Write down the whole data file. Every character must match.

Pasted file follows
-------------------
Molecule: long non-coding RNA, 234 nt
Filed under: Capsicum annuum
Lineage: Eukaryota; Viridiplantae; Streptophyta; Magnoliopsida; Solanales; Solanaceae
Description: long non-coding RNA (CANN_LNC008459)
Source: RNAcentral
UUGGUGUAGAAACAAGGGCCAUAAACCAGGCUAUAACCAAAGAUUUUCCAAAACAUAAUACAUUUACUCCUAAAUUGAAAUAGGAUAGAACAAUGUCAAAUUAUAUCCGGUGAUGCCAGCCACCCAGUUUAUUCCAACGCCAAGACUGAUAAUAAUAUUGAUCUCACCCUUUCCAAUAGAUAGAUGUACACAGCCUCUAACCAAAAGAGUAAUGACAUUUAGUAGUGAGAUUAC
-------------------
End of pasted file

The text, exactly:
Molecule: long non-coding RNA, 234 nt
Filed under: Capsicum annuum
Lineage: Eukaryota; Viridiplantae; Streptophyta; Magnoliopsida; Solanales; Solanaceae
Description: long non-coding RNA (CANN_LNC008459)
Source: RNAcentral
UUGGUGUAGAAACAAGGGCCAUAAACCAGGCUAUAACCAAAGAUUUUCCAAAACAUAAUACAUUUACUCCUAAAUUGAAAUAGGAUAGAACAAUGUCAAAUUAUAUCCGGUGAUGCCAGCCACCCAGUUUAUUCCAACGCCAAGACUGAUAAUAAUAUUGAUCUCACCCUUUCCAAUAGAUAGAUGUACACAGCCUCUAACCAAAAGAGUAAUGACAUUUAGUAGUGAGAUUAC